That’s one of the hardest parts of being polyamorous — finding the right people. There are a lot of people who think they can do this, and then emotions get involved and they can’t. You have to find people who are really in touch with themselves and how they feel.
When I meet someone I’m into, I try to be really upfront but casual at the same time. I’m not exactly yelling, “I’m poly! Wanna be my second girlfriend? It’ll be great!” That’s a lot. But I try to talk about my relationship as realistically as possible. I talk about Nico the way he is. He’s a great person; Nico is an addition to the team, not a subtraction from the team. He’s a support person for me, so it actually is a very positive place to be in.
The label is the scariest thing. People hear “polyamorous” and they think it’s people having sex like crazy and that’s just not how it is.
For Nico and I, the benefits far outweigh the challenges. I feel safe in our relationship. In monogamy, there’s often this fear of “But what if they leave me?” With polyamory, that fear is gone because no one needs to cheat or lie, and we’ve built this place of trust where we can really talk about what’s working and what’s not working. And that feels like a better place for me. Being poly allows us to be authentic and explore what makes us happy in our lives in a way I didn’t feel like I could in monogamous relationships.
Being open about our relationship has been hard on some people in our lives (my family didn't welcome us at our holiday celebrations this year), but mostly, the feedback we’ve gotten has been amazing. ...
We feel like it’s important to talk about it and normalize it, especially because we look like a straight couple in a photo, and we don’t identify with that at all. Being able to sort of get away with that when we’re walking down the street or traveling gives us privileges that most queer people don’t have, but it’s also important to show that being poly and queer can look a lot of different ways.
● Also in Women's Health: This Polyamorous Actor Just Gave A Glimpse Into What Life With Multiple Partners Is Like (Nov. 14, 2017).
Family dynamics are tough and it’s pretty much a given that your family is never going to get you 100 percent. That said, you'd hope that they’d support you most of the time...especially around the holidays.
Unfortunately, Younger actor Nico Tortorella and his partner of 11 years, fitness and wellness entrepreneur Bethany Meyers, say their decision to be open about being polyamorous makes them unwelcome with her family this holiday season.
“Honestly, it’s kind of a sensitive topic right this second,” Nico told People at an event on Monday. “Because of all the attention that the relationship has gotten recently, we are coming up to the holiday season and because of certain things that were said, Bethany and I are not necessarily, completely welcome in her family celebrations this year.”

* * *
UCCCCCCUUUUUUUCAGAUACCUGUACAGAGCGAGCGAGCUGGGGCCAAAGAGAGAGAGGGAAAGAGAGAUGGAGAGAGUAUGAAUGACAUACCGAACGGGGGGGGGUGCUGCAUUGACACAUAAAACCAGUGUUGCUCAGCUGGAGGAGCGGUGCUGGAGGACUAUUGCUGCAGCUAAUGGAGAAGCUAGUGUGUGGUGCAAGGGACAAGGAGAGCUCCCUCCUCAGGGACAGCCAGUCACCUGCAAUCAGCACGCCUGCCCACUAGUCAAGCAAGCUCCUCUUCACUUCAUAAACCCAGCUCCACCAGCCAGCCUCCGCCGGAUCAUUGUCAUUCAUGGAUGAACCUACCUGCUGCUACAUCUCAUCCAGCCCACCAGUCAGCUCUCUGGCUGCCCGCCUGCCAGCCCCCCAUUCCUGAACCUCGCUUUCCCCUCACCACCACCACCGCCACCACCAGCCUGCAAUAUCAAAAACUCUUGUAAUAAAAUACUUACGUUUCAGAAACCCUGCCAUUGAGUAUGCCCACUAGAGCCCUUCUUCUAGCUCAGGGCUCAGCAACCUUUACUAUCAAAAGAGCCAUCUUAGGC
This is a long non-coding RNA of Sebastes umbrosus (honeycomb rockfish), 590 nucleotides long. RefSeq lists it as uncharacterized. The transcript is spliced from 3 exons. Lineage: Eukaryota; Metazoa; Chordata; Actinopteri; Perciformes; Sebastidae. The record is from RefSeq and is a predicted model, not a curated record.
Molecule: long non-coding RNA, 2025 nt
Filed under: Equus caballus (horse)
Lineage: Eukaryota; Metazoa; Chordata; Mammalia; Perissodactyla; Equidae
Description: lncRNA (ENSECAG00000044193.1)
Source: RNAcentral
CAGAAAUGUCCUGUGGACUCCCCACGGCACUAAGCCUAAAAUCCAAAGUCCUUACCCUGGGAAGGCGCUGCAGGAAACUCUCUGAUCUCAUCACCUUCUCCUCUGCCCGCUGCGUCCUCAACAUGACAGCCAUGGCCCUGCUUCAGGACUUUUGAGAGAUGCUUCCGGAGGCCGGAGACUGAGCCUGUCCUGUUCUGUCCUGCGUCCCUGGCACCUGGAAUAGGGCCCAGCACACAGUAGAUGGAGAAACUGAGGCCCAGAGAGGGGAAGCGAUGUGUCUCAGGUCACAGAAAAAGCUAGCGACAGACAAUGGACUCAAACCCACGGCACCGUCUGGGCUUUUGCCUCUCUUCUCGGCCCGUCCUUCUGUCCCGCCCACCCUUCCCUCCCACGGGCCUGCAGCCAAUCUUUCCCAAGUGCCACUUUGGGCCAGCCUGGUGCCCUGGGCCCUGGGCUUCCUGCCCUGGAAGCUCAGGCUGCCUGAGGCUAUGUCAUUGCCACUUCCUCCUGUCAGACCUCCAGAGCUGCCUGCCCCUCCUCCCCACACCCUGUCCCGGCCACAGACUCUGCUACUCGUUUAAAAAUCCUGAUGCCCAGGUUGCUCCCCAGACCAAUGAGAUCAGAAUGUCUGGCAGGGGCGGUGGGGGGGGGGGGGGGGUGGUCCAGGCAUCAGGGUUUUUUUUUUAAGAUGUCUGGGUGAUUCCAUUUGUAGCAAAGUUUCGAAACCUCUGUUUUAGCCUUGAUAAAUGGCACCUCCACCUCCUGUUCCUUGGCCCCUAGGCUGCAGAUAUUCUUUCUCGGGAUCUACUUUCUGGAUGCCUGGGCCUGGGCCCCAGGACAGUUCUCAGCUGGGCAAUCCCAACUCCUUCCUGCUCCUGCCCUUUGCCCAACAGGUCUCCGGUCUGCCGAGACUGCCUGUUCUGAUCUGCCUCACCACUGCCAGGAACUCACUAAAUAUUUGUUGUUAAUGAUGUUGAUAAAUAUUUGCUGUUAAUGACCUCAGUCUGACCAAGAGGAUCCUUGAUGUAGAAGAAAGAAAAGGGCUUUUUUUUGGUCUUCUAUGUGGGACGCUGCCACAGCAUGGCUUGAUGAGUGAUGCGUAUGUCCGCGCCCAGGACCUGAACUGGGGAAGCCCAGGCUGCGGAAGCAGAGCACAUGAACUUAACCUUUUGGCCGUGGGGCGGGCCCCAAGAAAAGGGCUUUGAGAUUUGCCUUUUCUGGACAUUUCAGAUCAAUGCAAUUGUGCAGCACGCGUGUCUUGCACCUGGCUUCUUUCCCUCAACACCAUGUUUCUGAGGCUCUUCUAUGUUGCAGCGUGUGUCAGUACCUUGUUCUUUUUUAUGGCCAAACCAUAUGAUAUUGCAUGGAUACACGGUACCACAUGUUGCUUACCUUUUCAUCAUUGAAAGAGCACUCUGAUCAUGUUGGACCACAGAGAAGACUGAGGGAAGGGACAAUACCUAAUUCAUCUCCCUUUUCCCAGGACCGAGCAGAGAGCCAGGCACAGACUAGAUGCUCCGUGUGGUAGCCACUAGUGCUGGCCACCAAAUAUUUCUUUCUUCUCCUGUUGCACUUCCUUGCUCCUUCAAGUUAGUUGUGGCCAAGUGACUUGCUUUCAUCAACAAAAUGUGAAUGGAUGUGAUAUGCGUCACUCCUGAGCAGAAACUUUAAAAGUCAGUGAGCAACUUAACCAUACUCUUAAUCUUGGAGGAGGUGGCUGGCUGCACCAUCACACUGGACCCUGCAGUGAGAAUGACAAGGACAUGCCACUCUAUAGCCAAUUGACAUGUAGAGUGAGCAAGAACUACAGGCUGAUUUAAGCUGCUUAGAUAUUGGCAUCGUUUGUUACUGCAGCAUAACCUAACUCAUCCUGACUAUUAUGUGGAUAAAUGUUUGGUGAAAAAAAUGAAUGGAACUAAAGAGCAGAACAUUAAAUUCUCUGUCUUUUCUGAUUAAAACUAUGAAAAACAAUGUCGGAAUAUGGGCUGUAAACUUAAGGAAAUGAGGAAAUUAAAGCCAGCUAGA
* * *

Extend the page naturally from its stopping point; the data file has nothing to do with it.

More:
In July, Nico and Bethany opened up about their sexuality to The Advocate. Nico said at the time that he identifies as pansexual (meaning he’s attracted to everyone regardless of their gender identity or sex) while Bethany identifies as gay.
The couple also opened up about dating other people — Bethany said she’s happy to have casual sex, while Nico prefers to be in love first. “For me, sex is such an explosive exchange of energy between two people that if you’re not connected, energetically, before you have sex, it can be damaging,” he said. (He also added that he has no issues with casual sex — it's just not for him.)
And criticism from family aside, navigating how to best navigate their 11-year relationship hasn't been simple: “I think we’re raised with this idea that you’re supposed to go and find ‘the one,’ especially women,” Bethany said during Nico's podcast, The Love Bomb. “You’re looking for your Prince Charming. You need to be proposed to. There’s this one person you’re searching to find, so the idea of finding a stability partner, and having other things on top of that, feels too messy.”
Still, neither Bethany nor Nico regrets being open about their polyamorous relationship. “It just means we have to talk about it more. There are millions of people in non-traditional relationships that get cut off from their families every single day and it’s not okay,” Nico told People. ...
● That earlier People story: Nico Tortorella Defends Being a Polyamorist (Sept. 13, 2017).
“I’m not in an open relationship so I can go out and just f— whoever I want,” Tortotella explains in the Bravo clip. “For me, it’s more about the ability to emotionally connect with people outside of my primary partner.”
● The Bravo clip, ending with a snappy comeback: